Eastern slender glass lizard | image by Tedd Greenwald via Wikimedia Commons | CC BY 4.0

Scientific name: Ophisaurus attenuatus longicaudus

The Eastern Slender Glass Lizard is the subspecies of the Slender Glass Lizard that lives east of the Mississippi River. Its range extends from Louisiana as far east as the Atlantic ocean and south as far as Orlando, Tampa, and Miami. They are snakelike, gold-colored, and have a slightly metallic sheen.

Adults have several thin black stripes that run from just behind the earholes to the end of the tail. This Glass Lizard’s primary defense mechanism is dropping its tail when threatened. Its stress response is so ingrained that it will lose its tail before a predator even touches it.

8. Florida Sand Skink

Florida sand skink on sandy surface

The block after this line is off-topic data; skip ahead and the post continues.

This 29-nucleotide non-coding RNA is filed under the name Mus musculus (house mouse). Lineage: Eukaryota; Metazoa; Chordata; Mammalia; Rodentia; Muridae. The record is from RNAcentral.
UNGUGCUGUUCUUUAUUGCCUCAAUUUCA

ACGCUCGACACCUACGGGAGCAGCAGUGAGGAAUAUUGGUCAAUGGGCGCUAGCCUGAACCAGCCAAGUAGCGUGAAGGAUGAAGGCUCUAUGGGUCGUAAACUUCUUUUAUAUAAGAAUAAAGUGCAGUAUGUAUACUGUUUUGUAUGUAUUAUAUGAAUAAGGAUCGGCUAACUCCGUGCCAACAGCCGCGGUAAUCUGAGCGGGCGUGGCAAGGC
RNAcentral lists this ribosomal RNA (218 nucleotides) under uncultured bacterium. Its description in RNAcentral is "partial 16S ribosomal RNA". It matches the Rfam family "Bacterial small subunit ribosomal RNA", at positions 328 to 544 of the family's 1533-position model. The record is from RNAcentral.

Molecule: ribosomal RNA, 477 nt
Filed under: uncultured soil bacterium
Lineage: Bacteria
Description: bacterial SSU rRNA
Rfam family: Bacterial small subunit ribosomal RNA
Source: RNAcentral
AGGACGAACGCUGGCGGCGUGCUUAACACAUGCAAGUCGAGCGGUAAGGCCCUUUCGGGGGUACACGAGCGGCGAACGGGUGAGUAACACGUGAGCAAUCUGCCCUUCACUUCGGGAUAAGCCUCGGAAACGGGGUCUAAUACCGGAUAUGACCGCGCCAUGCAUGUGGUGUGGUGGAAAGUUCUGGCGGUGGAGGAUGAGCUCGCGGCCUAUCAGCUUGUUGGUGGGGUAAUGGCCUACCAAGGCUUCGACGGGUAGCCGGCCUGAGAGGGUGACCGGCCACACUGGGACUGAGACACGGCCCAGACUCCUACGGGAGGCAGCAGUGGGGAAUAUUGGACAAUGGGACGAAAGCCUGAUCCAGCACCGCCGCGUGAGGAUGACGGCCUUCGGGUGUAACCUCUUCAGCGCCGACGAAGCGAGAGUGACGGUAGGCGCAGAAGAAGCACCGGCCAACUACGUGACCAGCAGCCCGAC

Florida sand skink on sandy surface | image by Alessandro Catenazzi via Wikimedia Commons | CC BY-SA 2.5

Scientific name: Plestiodon reynoldsi

The Florida Sand Skink is a silvery, snake-like skink that lives a solitary life in the leaf litter and under loose soils of Florida’s forests and scrublands. While they look like snakes from the first glance, Florida Sand Skinks have barely noticeable limbs with minimal toes. They don’t use their limbs for locomotion.

Its wedge-shaped head and small eyes are adaptations that allow them to burrow through shallow and loosely packed soil and sand. Beetle larvae, spiders, and termites make up most of this lizard’s diet. It lives in central to southern Florida.

9. Florida Scrub Lizard

Florida scrub lizard
Florida scrub lizard | image by Judy Gallagher via Flickr | CC BY 2.0

Scientific name: Sceloporus woodi

The Florida Scrub Lizard is a gray and tan lizard native to Florida. It lives in the drier regions of the state where soils are sandy and there are more shrubs than trees. These lizards are regular baskers and can be spotted during the day.